How many of you remember Raoul’s Roadside Attraction?
Given the “dine-and-dance” spot closed in the 1990s, you can be forgiven if you don’t have fond memories of icons like Doc Watson, Bo Diddley, and Warren Zevon filling the joint while you had a great burger out on Forest Avenue, where Mekong Asian Bistro now stands.
Raoul’s still has a place in Ginger Cote’s heart, though. The Free Street Taverna, too, where bands played in the big picture window and Pete Kostopoulos brought in great regional acts like Question Mark and the Mysterians and the Lyres, and paired them with big plates of Greek food and cheap beer.
Those are the kinds of places Cote had in mind when she started putting together ideas for Big Babe’s Tavern, which will open where the Griffin Club once stood, across the Casco Bay Bridge in South Portland’s Knightville neighborhood, on Jan. 28, after more than two years of construction and regulatory hurdles.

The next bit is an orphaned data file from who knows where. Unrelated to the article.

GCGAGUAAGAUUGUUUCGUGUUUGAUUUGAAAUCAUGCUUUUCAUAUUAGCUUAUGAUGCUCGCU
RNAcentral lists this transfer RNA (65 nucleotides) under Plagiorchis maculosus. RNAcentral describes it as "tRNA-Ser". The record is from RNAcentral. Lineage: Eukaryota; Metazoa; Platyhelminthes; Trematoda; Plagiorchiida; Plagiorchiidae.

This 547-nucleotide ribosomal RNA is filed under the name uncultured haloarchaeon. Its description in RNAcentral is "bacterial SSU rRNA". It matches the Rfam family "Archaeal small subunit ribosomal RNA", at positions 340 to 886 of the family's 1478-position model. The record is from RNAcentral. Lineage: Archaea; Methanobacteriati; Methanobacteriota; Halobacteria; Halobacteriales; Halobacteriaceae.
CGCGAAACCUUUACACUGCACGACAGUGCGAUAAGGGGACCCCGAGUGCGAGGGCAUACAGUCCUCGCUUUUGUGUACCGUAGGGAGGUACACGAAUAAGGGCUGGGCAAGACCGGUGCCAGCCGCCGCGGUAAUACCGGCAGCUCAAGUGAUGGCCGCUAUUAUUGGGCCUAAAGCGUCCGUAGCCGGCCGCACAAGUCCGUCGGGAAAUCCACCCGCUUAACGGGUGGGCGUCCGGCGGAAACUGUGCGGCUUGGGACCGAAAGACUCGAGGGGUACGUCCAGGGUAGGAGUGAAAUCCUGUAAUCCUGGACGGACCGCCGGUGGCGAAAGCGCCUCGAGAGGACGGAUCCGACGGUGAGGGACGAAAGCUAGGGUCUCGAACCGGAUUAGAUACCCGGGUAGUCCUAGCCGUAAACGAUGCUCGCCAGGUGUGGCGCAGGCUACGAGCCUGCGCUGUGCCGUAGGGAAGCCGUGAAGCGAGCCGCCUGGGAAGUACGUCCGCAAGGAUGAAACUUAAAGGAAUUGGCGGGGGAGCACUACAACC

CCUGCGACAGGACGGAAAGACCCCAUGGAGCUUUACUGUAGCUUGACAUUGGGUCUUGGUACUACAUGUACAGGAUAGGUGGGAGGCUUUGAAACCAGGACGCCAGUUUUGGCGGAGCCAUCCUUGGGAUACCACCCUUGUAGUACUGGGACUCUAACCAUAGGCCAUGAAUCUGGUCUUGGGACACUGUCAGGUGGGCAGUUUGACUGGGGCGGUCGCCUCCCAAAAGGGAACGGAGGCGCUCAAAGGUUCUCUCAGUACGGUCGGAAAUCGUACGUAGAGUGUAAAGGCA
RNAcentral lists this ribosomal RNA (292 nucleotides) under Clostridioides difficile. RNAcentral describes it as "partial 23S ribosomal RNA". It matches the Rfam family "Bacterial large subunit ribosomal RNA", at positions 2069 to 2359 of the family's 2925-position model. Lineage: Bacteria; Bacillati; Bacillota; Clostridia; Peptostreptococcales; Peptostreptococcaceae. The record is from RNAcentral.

Given Cote’s long history as an in-demand drummer – backing the likes of Sara Cox, Darien Brahms, and Kate Schrock, and playing in the short-lived super group Dirigo with Steve Jones and Strangefolk’s Erik Glockler and Luke Patchen, as just a start – it’s perhaps not surprising that she’s built her new locale to be musician friendly.
“I took all my experience touring in this country and in Europe – restaurants, dive bars, whatever,” Cote said, sitting in a half-finished booth along with Caitlin Houser, who will manage the place, and Caitlin’s husband, Dillon Houser, who will be the chef. “(I) just said, ‘If I had a place, I would not do that, but I would do this,’ and just took bits and pieces of the good and left out the bad.”